Team to monitor e-tailers for tax
The Revenue Department has set up an online business team to support e-commerce tax collection and ensure fairness in the tax system.
Taxing businesses engaged in online trade will ensure fairness in the tax system because regular businesses have to pay tax and if there is no taxation imposed on e-commerce business, then foreign e-commerce companies such as those from China and the US will reap the benefit of the tax loophole, said a source at the Revenue Department.
Many jurisdictions have imposed an e-commerce tax, including Indonesia, Taiwan and India, the source said.
The international tax treaty states that a country cannot levy tax on a business operator with no permanent presence in that country, but many countries have started collecting an e-commerce tax, according to the source.
Many major foreign companies have been doing online business in Thailand in terms of commercial transactions, customer payments and other services, with these operations situated in the country, the source said.
"It is clear that they are operating businesses in Thailand, but they are trying not to make their presence felt in the country," the source said.
For example, revenue from ride-hailing application Uber is sent to the Netherlands and Uber drivers are communicating with Uber staff through email without revealing their true identities, the source said.
Meetings held by Uber employees are hosted at small hotels in order to avoid attention from authorities, the source said.
The Revenue Department's e-business law will specify that any business or transaction being conducted in Thailand is liable for taxation, regardless of whether the business has an established presence in the country, the source said.
In the US, a country that still has not levied a national e-commerce tax, many online businesses have decided to set up headquarters in states with no such taxation, the source said.
Of the 500,000 online business operators in Thailand, those with website portals in the country number about 350,000 and the rest are located overseas, according to Revenue Department data.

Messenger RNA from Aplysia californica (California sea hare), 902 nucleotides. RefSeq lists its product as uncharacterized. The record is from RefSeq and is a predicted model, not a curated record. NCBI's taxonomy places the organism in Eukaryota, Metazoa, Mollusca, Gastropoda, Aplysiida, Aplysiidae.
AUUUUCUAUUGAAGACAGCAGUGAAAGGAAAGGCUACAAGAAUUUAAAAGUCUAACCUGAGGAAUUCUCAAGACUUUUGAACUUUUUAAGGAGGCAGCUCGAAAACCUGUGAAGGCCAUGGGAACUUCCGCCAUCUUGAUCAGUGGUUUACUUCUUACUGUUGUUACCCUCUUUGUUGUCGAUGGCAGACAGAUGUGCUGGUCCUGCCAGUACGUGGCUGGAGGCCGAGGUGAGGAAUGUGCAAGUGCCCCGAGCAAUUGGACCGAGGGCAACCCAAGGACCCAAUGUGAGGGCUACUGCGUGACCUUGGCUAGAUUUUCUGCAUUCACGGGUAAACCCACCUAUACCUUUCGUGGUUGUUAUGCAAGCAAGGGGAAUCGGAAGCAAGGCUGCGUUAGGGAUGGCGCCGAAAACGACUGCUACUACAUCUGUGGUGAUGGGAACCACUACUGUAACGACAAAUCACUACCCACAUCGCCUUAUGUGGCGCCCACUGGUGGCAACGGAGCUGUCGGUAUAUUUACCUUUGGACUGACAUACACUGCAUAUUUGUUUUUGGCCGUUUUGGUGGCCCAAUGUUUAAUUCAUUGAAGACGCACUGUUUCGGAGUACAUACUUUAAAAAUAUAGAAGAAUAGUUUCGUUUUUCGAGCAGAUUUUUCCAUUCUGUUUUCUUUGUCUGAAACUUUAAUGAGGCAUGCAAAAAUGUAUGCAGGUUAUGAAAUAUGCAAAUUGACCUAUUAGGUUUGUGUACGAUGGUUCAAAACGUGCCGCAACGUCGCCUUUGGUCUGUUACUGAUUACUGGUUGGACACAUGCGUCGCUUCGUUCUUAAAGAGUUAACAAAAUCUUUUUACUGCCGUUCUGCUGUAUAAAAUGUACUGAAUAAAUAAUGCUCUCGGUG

Tax revenue collected from online businesses during 2016-17 stands at about 1 billion baht, a far cry from overall online transactions estimated at 100 billion baht, the source said.
In other financial news, the state-owned Thai Credit Guarantee Corporation (TCG) is expected to carry out its portfolio guarantee scheme 7 (PGS7) in next year's first quarter, said president Nitid Manoonporn.
The scheme is a continuation of the PSG6 project in terms of credit line and credit approval conditions, Mr Nitid said. The scheme will be forwarded to the cabinet for approval.
The government will also be responsible for guaranteeing damages of up to 12% of the 100-billion-baht amount. In the first 11 months of 2017, TCG has guaranteed loans to small and medium-sized enterprises (SMEs), enabling access to loans for up to 100,000 SMEs.
The PGS6 project has 50 billion baht in guarantee funds, which is expected to be about 40 billion by the end of this year, and that amount is expected to be used up in next year's first quarter, Mr Nitid said.
For the PGS6 project, SMEs have received a guarantee fee of 1.75% of the guaranteed amount for a free period of four years by the government and commercial banks taking part in the project. The maximum guarantee amount is capped at 40 million baht and the maximum guarantee period is 10 years.